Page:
Previously on Midlife Crisis Crossover:
Every year since 1999 my wife Anne and I have taken a trip to a different part of the United States and visited attractions, wonders, and events we didn’t have back home in Indianapolis. From 1999 to 2003 we did so as best friends; from 2004 to the present, as husband and wife. My son tagged along from 2003 until 2013 when he ventured off to college. We’ve taken two trips by airplane, but are much happier when we’re the ones behind the wheel — charting our own course, making unplanned stops anytime we want, availing ourselves of slightly better meal options, and keeping or ruining our own schedule as dictated by circumstances or whims. We’re the Goldens. It’s who we are and what we do.
For years we’ve been telling friends in other states that we’d one day do Atlanta’s Dragon Con, one of the largest conventions in America that isn’t in California or New York. We’d been in Atlanta, but we hadn’t really done Atlanta. Hence this year’s vacation, in which we aimed for a double proficiency in Atlanta tourism and over-the-top Dragon Con goodness. Before we went to D*C, there was the road trip to get there, and the good times to be had before the great times at the big show.
As previously posted in haste from our hotel room several weeks ago, my favorite part of the Jimmy Carter Presidential Library and Museum was the wholly unexpected exhibit titled “Georgia on My Screen: Jimmy Carter and the Rise of the Film Industry”. In 1972, Georgia Governor Jimmy Carter was instrumental in creating the State Motion Picture & Television Advisory Commission, which would eventually become the Georgia Film Commission of today. Through that increasingly generous division, laws and codes have been established to make Georgia ready, willing, and friendly to grant numerous tax breaks and other perks to Hollywood films and TV shows made there on a number of not-too-oppressive conditions. (That giant-sized peach logo you sometimes see embedded in end credits? They get an extra 10% “uplift” for using that.)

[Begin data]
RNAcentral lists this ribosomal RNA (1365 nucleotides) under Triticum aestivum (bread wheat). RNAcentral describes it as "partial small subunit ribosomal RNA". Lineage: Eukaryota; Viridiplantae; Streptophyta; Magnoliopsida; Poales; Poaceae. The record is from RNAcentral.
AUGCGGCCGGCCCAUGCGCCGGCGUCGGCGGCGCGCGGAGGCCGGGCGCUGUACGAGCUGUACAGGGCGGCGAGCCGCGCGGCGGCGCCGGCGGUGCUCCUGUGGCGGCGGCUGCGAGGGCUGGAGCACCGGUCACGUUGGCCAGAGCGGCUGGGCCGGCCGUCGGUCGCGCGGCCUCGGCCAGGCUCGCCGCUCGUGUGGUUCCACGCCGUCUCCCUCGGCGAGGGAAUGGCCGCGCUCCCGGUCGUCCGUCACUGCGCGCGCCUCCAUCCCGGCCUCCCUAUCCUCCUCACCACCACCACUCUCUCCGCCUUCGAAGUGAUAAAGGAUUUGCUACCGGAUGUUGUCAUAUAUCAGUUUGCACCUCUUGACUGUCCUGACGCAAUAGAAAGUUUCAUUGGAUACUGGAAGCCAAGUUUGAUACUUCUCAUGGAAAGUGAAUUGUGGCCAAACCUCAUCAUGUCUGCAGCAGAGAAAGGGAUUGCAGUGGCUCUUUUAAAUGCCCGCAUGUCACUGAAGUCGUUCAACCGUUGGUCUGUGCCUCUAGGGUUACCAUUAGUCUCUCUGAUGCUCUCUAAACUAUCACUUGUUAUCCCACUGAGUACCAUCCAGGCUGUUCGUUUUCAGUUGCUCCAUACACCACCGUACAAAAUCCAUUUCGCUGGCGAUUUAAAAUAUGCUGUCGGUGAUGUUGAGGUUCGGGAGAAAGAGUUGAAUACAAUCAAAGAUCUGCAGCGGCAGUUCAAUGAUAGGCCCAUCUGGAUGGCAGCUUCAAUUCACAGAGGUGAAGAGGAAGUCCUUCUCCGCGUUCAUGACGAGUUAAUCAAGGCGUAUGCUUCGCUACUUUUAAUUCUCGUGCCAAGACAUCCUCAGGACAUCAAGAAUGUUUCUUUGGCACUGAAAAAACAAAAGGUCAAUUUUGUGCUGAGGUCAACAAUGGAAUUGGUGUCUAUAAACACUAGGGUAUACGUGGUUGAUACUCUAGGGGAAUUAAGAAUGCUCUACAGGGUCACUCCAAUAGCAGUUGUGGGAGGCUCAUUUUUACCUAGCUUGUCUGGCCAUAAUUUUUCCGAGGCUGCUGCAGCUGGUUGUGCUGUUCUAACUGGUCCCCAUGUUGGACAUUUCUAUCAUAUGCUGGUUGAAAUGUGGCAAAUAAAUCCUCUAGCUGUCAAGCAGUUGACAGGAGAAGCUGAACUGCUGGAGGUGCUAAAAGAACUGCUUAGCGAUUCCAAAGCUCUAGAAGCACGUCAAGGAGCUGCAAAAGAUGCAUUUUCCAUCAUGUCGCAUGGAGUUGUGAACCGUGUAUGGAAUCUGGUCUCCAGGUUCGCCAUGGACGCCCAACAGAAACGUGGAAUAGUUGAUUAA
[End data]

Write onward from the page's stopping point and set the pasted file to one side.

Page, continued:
Some of your favorite studios are shooting there regularly. In 2018 that burgeoning industry earned Georgia a cool $2.7 billion. As someone who hails from a state that puts less-than-minimum effort into luring deep-pocketed filmmakers inside our borders, I have to confess to a smidgen of envy. Regardless: please enjoy another round of keen film props and memorabilia.
Our time at the Carter Museum ended on an unexpectedly dour note. They have Japanese gardens out back that we’re old were lovely, but by the time we’d finished with the interior exhibits, heavy rains nixed that idea, and discouraged us from dashing out for lunch. Instead we retreated to the Carter Museum’s cafeteria and tried to make the most of their “Taco Tuesday”. As with the Carter Presidency, results were decidedly mixed despite good intentions.
To be continued!
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